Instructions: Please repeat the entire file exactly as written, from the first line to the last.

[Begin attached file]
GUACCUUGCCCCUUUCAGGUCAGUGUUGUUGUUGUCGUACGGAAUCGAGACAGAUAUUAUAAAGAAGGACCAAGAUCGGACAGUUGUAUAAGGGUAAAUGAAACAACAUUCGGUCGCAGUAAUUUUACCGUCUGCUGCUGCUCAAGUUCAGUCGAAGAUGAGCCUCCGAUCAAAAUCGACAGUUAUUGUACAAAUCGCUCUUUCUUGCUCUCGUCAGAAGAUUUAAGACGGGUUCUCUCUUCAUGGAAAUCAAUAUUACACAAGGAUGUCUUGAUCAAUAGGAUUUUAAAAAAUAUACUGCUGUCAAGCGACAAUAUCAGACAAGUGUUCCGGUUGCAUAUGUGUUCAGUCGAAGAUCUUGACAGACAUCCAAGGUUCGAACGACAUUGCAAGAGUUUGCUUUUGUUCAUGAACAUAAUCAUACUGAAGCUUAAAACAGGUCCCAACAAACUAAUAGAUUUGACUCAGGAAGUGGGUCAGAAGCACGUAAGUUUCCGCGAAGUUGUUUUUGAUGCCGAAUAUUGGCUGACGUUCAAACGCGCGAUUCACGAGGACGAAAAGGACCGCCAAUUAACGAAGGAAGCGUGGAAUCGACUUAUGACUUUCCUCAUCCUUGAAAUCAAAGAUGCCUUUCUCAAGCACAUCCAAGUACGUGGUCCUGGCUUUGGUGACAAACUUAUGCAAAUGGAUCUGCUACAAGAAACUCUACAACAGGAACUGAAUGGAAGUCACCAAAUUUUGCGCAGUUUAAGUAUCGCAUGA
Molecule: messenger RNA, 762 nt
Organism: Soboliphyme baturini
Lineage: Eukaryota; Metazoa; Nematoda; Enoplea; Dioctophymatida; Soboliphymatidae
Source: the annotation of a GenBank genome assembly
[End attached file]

GUACCUUGCCCCUUUCAGGUCAGUGUUGUUGUUGUCGUACGGAAUCGAGACAGAUAUUAUAAAGAAGGACCAAGAUCGGACAGUUGUAUAAGGGUAAAUGAAACAACAUUCGGUCGCAGUAAUUUUACCGUCUGCUGCUGCUCAAGUUCAGUCGAAGAUGAGCCUCCGAUCAAAAUCGACAGUUAUUGUACAAAUCGCUCUUUCUUGCUCUCGUCAGAAGAUUUAAGACGGGUUCUCUCUUCAUGGAAAUCAAUAUUACACAAGGAUGUCUUGAUCAAUAGGAUUUUAAAAAAUAUACUGCUGUCAAGCGACAAUAUCAGACAAGUGUUCCGGUUGCAUAUGUGUUCAGUCGAAGAUCUUGACAGACAUCCAAGGUUCGAACGACAUUGCAAGAGUUUGCUUUUGUUCAUGAACAUAAUCAUACUGAAGCUUAAAACAGGUCCCAACAAACUAAUAGAUUUGACUCAGGAAGUGGGUCAGAAGCACGUAAGUUUCCGCGAAGUUGUUUUUGAUGCCGAAUAUUGGCUGACGUUCAAACGCGCGAUUCACGAGGACGAAAAGGACCGCCAAUUAACGAAGGAAGCGUGGAAUCGACUUAUGACUUUCCUCAUCCUUGAAAUCAAAGAUGCCUUUCUCAAGCACAUCCAAGUACGUGGUCCUGGCUUUGGUGACAAACUUAUGCAAAUGGAUCUGCUACAAGAAACUCUACAACAGGAACUGAAUGGAAGUCACCAAAUUUUGCGCAGUUUAAGUAUCGCAUGA
Molecule: messenger RNA, 762 nt
Organism: Soboliphyme baturini
Lineage: Eukaryota; Metazoa; Nematoda; Enoplea; Dioctophymatida; Soboliphymatidae
Source: the annotation of a GenBank genome assembly